Audubon Gulf spill report: Birds still at risk
Our friends at Audubon, the national bird advocacy group, has an excellent report out this week entitled: Oil and Birds: Too Close for Comfort. The 28 page illustrated report details the lasting effects from the nation’s largest maritime disaster from the BP oil leak on the Louisiana’s Coast and its avian residents.
The Audubon Society says the residual oil and chemicals from BP’s Deepwater Horizon disaster still pose substantial risks to birds that breed or nest along hard-hit areas of the Louisiana coast.
“People shouldn’t be fooled into thinking that the danger to birds and the environment is over just because the oil stopped flowing,” said Audubon President & CEO David Yarnold. “It’s going to take years of monitoring just to understand and start dealing with the long-term impacts of the oil — and they’re just part of a much bigger threat.”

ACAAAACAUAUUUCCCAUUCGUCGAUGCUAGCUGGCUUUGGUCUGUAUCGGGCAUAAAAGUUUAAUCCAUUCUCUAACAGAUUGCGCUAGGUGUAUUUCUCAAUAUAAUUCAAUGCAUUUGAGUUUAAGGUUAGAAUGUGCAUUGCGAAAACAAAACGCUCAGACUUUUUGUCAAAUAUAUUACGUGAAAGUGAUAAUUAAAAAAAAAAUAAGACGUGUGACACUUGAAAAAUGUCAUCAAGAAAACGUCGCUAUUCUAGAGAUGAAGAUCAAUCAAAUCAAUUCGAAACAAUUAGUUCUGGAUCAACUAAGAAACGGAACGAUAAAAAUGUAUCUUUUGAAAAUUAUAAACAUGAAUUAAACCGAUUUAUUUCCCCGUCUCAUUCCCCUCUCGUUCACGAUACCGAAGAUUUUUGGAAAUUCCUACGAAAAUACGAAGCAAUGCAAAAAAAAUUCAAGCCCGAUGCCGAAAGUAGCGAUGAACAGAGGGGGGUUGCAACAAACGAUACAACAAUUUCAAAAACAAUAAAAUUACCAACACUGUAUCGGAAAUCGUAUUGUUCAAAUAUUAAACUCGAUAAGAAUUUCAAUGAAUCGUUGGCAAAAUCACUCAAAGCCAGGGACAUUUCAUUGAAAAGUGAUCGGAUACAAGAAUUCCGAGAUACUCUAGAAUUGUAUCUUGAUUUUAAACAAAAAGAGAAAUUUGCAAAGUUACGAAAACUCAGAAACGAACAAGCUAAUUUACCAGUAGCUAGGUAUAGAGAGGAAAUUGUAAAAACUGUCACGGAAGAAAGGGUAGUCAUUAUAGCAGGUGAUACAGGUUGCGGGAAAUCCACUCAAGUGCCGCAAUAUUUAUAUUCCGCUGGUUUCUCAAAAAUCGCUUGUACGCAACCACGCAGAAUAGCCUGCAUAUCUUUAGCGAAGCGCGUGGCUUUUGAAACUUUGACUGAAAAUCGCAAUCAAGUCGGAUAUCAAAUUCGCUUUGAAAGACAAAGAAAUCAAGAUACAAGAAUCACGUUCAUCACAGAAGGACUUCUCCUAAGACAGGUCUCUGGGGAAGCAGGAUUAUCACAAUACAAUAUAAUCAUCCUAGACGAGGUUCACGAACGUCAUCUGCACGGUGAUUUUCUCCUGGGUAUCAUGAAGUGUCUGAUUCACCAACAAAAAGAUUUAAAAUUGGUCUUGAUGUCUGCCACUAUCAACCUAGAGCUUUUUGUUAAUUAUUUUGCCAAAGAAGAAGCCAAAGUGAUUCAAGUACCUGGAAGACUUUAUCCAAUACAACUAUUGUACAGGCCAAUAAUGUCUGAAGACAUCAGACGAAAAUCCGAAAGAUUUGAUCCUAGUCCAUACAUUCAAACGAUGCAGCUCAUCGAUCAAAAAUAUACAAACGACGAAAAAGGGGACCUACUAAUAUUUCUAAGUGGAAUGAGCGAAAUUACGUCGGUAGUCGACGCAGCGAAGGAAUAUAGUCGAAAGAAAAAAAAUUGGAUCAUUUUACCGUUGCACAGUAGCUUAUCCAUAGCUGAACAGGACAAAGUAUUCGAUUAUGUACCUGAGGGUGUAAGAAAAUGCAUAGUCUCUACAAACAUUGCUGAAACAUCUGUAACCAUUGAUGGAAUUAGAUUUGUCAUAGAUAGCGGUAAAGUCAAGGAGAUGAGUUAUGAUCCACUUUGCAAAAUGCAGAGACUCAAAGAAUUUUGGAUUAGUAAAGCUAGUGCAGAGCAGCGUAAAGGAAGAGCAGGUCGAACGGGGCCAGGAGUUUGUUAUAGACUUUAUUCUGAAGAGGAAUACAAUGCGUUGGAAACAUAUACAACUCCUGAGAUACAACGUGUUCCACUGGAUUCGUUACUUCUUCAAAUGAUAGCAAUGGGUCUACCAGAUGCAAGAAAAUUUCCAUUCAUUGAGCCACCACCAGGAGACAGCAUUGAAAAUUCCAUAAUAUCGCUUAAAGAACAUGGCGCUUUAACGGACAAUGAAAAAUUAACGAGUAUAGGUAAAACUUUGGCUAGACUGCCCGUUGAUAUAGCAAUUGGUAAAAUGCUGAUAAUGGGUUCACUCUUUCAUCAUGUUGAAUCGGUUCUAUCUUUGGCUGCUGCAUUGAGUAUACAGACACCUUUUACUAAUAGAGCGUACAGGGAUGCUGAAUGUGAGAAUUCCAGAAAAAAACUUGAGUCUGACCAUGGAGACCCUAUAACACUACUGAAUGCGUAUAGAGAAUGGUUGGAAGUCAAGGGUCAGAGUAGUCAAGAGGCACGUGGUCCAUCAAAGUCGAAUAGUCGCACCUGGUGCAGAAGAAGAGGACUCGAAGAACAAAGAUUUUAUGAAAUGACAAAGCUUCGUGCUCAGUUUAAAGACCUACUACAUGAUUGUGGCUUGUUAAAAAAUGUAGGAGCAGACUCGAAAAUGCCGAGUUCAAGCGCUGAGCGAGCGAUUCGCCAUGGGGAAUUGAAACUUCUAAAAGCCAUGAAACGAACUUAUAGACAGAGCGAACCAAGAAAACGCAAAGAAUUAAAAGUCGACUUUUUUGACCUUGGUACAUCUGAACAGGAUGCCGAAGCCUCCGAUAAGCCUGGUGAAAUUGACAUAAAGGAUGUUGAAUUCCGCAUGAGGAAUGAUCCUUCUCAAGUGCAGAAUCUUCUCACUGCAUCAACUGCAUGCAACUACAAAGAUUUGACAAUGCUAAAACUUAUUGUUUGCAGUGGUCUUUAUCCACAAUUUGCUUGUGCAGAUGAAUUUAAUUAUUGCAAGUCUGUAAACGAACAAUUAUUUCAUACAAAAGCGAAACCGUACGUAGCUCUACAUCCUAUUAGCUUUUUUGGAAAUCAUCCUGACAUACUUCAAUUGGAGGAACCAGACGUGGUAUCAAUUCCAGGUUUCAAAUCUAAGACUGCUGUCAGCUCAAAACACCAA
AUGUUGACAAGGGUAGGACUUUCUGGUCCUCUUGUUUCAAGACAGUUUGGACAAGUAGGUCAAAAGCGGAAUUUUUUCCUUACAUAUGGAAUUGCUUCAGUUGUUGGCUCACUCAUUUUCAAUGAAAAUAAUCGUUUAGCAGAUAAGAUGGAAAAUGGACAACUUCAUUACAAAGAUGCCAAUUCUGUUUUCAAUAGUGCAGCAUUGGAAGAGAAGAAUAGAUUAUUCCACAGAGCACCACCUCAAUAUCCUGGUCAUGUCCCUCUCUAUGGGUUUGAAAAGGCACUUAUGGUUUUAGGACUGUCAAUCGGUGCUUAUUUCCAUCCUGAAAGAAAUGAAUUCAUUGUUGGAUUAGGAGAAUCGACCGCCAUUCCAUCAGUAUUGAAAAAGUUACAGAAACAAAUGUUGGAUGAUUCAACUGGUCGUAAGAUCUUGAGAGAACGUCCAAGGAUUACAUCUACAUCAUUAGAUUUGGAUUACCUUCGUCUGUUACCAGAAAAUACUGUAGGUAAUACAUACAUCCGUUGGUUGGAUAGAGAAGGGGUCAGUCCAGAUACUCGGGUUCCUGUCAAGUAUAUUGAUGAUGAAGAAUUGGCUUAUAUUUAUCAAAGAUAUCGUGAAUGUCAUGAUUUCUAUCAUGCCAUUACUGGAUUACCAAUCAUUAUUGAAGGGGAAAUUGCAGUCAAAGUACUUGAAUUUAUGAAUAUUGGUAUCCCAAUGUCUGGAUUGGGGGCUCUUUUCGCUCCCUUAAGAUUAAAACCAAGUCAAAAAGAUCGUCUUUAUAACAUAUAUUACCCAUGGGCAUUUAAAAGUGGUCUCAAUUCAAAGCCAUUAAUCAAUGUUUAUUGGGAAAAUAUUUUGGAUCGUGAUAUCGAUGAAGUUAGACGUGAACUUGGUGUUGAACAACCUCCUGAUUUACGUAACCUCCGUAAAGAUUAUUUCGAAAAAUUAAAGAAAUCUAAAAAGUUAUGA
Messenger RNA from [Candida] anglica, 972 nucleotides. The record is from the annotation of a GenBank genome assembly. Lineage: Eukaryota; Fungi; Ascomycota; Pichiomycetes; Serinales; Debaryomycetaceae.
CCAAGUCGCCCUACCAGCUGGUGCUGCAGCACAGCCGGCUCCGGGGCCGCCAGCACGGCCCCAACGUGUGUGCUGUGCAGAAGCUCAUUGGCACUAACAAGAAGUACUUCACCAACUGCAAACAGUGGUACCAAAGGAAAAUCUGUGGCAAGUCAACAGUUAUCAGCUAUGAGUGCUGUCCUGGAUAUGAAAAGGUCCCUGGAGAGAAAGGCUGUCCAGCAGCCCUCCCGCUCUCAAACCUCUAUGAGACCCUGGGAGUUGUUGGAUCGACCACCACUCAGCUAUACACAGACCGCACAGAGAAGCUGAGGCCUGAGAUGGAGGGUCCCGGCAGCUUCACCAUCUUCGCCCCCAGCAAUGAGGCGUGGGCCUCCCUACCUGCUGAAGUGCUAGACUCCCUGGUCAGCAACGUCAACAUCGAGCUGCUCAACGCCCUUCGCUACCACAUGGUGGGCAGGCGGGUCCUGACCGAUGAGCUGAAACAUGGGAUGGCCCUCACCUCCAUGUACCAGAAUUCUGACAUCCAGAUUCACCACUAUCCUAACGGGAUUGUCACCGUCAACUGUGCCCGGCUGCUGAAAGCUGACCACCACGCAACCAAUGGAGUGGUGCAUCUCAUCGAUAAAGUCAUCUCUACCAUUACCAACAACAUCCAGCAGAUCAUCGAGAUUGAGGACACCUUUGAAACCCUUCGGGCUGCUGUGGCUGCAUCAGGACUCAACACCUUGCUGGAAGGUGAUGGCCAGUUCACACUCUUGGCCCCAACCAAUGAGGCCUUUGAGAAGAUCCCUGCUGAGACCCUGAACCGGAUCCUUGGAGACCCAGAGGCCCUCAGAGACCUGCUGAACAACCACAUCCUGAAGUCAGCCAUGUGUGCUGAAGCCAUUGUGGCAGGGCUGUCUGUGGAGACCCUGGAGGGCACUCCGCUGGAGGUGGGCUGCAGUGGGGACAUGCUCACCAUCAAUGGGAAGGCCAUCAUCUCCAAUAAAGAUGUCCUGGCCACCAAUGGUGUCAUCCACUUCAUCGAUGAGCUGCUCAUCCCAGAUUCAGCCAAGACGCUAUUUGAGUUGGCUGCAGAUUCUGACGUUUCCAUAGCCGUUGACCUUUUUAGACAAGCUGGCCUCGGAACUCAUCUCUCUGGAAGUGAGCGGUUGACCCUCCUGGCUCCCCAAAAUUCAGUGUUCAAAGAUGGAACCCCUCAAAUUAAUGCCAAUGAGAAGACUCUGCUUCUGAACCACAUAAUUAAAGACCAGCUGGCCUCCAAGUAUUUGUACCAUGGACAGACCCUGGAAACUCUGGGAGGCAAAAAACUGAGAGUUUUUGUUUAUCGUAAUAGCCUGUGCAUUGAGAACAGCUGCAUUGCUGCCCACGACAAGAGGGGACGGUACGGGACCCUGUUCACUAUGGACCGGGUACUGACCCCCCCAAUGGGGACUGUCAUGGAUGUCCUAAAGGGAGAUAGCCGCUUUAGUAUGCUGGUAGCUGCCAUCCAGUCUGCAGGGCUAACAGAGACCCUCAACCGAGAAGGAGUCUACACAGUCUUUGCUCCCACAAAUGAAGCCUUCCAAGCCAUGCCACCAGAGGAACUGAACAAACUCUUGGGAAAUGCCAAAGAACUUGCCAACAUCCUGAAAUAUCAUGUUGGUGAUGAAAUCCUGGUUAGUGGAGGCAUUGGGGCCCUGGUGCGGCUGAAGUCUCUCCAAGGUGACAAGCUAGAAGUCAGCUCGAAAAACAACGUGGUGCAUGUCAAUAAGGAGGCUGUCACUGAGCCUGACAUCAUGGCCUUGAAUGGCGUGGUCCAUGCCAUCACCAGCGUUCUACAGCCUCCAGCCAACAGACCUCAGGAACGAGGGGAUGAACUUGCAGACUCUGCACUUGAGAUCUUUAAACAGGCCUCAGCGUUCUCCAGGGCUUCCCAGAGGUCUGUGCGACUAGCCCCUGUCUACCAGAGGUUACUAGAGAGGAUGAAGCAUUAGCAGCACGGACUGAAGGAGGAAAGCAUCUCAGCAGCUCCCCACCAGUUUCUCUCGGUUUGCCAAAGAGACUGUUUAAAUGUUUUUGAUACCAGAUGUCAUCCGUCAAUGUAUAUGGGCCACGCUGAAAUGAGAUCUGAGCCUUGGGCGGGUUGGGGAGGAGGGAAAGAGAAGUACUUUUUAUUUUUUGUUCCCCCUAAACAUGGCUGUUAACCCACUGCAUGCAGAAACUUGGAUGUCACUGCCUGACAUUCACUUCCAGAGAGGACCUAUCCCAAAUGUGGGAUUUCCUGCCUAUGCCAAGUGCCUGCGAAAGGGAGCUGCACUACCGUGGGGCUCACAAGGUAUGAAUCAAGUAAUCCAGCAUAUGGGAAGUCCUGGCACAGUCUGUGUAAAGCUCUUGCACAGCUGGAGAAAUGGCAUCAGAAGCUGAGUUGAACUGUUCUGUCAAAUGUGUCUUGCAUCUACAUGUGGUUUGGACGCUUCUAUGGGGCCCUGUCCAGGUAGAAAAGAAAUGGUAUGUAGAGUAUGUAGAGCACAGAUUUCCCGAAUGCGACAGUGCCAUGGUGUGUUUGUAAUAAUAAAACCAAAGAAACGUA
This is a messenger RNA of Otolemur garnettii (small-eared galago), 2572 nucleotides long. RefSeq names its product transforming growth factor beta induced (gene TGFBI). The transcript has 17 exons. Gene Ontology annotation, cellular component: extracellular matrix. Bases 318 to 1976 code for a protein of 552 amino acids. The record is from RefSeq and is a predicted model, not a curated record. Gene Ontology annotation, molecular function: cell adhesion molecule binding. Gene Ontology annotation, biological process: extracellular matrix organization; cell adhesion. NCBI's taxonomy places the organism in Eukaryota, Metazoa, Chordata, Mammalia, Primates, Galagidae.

The offshore oil drilling rig exploded and sank in April 2010 about 45 miles off the Louisiana coast. After 87 days of leaking 200+ million gallons of crude, the rig was finally capped. More than 8100 birds were officially affected by the spill. Of those, 6100 were collected dead. IBRRC worked with Tri-State Bird Rescue to help stabilize, treat and clean as many oiled birds as possible. More than 1,200 birds were released back to the wild.
See the Audubon press release.
To read the full report, download it here. (PDF 4 MB)